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tv   Newsnight  BBC News  April 25, 2017 11:15pm-12:00am BST

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the ease of campaigning and the struggles of governing. it's left democrats savouring another victory. it's really good news that the president seems to be taking the wall off the table in the negotiations we're having on an appropriations bill this week. the white house unveiled a new website today to celebrate the president's 100 days. it's been high energy and high—tempo. a raft of executive orders and growing economic confidence, but on his three signature policies, the travel ban, health reform and now the border wall, donald trump hasn't succeeded in the way that he'd promised. jon sopel, bbc news, washington. now on bbc news it is time for newsnight. they say this is a brexit election. so, with labour setting out their approach today, do we finally have clarity on the difference between the two main parties‘ versions of brexit? so that means we need to focus.
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not on hypothetical trade deals with other countries, but on strong trading arrangements with the eu. what we've seen today from labour is, i think, their seventh brexit plan. it's yet another nonsensical jeremy corbyn plan. it all seems to come down to the customs union. labour suggests it wants us in. but it won't say so quite that clearly. we'll ask them to spell it out. and could labour's "fortress wales" turn blue? i don't mind the... what's her name, theresa may, don't mind her. so she could get your vote? yeah, she could do this time. i've always voted labour but... jeremy corbyn? oh, i don't like him, don't like him, no. also tonight, is ivanka trump the most powerful woman here? we ask the vanity fair correspondent who has followed her career. absolutely, from my reporting, people who are close to donald trump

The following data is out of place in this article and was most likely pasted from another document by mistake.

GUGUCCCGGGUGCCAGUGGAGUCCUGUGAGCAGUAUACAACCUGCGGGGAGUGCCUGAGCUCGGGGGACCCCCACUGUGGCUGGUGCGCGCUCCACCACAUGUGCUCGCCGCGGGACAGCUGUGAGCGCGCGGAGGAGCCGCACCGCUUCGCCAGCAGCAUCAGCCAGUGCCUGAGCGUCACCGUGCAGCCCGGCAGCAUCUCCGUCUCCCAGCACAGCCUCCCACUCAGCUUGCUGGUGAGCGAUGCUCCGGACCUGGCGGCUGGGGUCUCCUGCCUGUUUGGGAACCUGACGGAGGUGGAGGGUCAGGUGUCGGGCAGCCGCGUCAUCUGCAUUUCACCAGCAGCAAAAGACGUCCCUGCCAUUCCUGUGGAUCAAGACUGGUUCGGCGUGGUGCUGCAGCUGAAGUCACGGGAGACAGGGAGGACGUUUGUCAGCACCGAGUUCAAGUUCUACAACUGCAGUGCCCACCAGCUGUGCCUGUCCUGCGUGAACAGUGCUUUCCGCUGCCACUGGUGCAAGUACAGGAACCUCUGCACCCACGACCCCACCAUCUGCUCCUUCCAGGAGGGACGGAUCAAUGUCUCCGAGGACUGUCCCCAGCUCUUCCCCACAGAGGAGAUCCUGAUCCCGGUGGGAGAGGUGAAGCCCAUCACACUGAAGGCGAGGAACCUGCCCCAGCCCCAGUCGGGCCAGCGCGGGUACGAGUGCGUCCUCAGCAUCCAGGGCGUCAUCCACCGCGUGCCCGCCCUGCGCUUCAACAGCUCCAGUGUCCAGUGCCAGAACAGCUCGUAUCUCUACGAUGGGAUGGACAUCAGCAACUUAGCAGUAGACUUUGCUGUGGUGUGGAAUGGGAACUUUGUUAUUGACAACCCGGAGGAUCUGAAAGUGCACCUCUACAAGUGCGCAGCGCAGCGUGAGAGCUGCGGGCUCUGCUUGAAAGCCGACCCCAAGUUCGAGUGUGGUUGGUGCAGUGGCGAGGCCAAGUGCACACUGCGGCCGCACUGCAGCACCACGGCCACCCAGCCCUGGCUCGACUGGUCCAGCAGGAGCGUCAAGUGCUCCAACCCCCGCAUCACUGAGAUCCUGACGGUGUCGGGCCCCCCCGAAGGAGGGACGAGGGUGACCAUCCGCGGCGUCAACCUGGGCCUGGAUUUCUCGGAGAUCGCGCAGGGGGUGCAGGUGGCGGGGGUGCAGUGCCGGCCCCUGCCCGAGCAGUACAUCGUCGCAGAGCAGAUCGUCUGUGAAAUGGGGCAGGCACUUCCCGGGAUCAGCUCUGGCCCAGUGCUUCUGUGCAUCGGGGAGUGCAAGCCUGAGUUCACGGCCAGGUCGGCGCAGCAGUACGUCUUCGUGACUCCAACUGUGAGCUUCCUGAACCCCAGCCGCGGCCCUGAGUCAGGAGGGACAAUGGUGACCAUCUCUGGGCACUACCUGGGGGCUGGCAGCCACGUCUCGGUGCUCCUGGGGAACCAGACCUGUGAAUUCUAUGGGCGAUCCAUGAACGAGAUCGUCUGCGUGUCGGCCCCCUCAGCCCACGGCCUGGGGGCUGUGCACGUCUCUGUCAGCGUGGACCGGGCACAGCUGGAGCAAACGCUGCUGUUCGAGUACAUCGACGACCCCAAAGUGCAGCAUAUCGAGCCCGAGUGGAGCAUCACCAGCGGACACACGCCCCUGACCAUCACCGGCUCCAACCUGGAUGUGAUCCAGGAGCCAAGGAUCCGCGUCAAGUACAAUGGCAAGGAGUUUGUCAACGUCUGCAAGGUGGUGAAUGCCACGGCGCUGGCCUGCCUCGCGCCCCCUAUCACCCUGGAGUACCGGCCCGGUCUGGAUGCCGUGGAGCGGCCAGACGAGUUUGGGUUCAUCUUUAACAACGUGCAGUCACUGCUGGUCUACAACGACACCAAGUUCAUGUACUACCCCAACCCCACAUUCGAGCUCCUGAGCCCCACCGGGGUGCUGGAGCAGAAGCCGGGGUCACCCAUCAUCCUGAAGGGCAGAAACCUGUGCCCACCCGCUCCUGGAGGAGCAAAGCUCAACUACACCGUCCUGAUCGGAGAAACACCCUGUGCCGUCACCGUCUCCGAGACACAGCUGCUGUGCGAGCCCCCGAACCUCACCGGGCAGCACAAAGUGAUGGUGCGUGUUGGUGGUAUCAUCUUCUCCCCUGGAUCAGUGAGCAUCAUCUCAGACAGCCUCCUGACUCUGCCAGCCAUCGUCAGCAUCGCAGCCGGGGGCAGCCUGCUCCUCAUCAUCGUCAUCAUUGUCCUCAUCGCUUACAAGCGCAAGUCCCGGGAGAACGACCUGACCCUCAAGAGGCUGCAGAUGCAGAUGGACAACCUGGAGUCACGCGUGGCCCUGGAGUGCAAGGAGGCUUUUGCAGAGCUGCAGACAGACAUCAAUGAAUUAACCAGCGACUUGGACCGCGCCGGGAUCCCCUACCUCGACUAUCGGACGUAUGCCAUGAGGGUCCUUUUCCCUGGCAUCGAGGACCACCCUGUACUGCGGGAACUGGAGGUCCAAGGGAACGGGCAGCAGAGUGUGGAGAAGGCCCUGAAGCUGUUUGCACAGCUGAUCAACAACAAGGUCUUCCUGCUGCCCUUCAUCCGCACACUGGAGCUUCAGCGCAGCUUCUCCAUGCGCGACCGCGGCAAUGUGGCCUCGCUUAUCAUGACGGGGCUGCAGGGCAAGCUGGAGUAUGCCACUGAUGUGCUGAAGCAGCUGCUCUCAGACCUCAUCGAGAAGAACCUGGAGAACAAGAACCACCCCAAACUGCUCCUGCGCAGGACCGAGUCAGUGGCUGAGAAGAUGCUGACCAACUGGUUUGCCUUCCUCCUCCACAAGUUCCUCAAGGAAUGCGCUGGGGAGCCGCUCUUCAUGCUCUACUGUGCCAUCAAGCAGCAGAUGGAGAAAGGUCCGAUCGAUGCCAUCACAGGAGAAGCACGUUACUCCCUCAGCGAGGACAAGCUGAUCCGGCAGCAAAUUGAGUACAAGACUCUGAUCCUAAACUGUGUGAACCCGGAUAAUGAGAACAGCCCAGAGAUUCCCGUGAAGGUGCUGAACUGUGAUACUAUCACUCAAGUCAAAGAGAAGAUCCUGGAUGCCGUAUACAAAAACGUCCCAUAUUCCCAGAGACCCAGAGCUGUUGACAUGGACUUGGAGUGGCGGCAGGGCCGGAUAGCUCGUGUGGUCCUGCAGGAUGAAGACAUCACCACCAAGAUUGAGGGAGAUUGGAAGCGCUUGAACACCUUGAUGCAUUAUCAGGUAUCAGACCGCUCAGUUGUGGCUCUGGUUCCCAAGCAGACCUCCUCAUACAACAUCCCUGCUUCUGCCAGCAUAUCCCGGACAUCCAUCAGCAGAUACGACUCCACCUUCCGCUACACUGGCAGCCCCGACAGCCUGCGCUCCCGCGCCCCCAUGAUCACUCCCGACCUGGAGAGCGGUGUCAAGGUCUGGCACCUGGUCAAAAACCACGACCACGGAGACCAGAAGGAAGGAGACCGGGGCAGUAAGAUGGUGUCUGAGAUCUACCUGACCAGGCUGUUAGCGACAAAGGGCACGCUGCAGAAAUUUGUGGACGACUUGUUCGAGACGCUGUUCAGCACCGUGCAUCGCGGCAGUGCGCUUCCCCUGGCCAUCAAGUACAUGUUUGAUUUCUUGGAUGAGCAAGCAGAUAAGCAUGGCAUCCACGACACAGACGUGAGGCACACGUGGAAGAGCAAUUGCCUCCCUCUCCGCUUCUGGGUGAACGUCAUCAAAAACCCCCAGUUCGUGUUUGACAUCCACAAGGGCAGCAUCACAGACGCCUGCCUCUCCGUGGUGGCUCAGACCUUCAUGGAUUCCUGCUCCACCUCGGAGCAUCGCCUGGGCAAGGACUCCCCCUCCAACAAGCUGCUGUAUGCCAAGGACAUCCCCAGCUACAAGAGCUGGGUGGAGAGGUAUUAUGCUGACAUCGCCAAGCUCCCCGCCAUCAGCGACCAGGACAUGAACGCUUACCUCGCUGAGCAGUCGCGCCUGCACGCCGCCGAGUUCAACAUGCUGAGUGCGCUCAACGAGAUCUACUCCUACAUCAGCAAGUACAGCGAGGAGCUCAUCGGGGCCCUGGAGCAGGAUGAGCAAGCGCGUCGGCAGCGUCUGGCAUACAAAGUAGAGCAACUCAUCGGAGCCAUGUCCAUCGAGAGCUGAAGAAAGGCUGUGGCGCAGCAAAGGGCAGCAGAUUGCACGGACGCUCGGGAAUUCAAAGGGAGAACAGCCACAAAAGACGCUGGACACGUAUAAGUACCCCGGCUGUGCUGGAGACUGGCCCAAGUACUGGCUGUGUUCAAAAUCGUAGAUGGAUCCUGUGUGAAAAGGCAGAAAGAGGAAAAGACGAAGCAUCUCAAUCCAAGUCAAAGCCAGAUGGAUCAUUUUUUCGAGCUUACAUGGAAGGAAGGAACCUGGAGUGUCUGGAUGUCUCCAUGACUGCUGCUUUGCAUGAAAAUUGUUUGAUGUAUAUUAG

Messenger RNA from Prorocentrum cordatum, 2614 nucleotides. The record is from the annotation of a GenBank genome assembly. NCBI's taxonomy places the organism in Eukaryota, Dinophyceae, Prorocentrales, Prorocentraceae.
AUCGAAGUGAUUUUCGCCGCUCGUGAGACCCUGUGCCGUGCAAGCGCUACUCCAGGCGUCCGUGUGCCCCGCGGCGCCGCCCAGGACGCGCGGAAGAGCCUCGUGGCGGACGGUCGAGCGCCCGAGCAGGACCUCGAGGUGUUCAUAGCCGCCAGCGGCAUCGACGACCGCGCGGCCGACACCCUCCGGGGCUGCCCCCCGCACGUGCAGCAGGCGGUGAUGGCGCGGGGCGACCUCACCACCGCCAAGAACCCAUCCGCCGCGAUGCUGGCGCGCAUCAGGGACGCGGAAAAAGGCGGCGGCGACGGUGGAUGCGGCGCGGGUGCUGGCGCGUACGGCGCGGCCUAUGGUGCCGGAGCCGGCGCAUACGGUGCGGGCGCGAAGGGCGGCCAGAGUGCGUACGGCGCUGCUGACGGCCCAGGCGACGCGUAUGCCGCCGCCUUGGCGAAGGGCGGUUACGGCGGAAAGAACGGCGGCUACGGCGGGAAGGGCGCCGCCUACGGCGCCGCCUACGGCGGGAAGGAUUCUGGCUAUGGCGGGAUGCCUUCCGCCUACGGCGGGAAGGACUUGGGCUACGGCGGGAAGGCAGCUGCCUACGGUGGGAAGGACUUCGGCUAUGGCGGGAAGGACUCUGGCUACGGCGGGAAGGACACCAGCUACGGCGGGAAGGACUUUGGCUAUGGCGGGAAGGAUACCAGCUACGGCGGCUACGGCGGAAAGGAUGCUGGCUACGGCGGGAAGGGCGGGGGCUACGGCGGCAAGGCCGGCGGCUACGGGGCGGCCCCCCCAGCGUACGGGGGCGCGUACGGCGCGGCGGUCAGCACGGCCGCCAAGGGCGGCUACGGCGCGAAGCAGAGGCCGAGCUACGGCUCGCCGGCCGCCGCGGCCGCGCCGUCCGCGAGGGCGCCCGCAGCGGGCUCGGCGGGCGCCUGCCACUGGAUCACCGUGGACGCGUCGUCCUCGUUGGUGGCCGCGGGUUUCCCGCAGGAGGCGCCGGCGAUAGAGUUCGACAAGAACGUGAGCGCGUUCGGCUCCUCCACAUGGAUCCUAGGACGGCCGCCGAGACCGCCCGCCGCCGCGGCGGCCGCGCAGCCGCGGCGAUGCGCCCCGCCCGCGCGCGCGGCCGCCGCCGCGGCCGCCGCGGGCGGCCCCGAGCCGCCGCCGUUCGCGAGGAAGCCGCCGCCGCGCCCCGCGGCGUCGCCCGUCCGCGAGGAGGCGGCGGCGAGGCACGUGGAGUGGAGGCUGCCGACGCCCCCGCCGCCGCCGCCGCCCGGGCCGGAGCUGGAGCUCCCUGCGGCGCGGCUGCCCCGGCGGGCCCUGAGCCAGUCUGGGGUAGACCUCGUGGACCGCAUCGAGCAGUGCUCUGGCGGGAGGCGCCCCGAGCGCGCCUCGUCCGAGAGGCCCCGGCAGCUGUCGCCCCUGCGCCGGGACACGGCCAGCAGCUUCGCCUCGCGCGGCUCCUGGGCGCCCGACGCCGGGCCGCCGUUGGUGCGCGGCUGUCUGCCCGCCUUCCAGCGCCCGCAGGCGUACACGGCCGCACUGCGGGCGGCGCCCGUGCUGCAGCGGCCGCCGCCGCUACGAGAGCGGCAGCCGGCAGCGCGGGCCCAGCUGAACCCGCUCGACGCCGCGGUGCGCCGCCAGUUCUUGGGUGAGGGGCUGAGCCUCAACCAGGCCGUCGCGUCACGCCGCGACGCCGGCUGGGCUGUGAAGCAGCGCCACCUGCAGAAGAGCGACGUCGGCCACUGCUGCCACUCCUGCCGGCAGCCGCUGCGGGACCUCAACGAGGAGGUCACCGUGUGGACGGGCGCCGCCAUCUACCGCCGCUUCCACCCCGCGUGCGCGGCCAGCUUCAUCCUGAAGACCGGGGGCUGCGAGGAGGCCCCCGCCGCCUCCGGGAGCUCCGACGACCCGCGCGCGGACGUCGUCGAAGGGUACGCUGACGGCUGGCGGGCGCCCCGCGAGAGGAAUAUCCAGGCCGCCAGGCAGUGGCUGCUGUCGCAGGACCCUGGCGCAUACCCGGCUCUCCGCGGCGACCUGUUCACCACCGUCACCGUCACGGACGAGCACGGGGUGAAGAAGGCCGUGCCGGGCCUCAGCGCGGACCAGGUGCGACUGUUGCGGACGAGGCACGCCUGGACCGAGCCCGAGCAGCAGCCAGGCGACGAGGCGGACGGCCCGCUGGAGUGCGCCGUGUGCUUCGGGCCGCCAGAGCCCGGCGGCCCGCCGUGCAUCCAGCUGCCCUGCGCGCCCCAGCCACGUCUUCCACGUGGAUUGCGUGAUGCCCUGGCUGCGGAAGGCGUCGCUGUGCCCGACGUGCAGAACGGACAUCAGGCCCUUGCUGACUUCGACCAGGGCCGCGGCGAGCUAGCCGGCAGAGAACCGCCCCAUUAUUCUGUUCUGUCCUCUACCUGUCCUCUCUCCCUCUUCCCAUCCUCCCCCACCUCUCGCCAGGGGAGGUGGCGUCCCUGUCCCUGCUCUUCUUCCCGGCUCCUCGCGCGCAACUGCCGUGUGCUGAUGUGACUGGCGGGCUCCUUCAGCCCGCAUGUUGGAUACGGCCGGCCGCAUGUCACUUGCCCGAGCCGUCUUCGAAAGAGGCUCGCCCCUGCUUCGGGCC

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say there's only one person in the white house who is not expendable and it's ivanka trump. is south africa's governing party on the brink of ousting its president? # happy birthday, dear president # well, there are certainly thousands of people out on the streets of pretoria calling on president zuma to stand down but the question is whether people power alone is enough, and it probably isn't. there are processes within the african national congress that will decide whether or not president zuma's days in power... # and so say all of us # hello, labour have long been critical of theresa may's plans for brexit, but they've not quite spelled out an alternative. until today.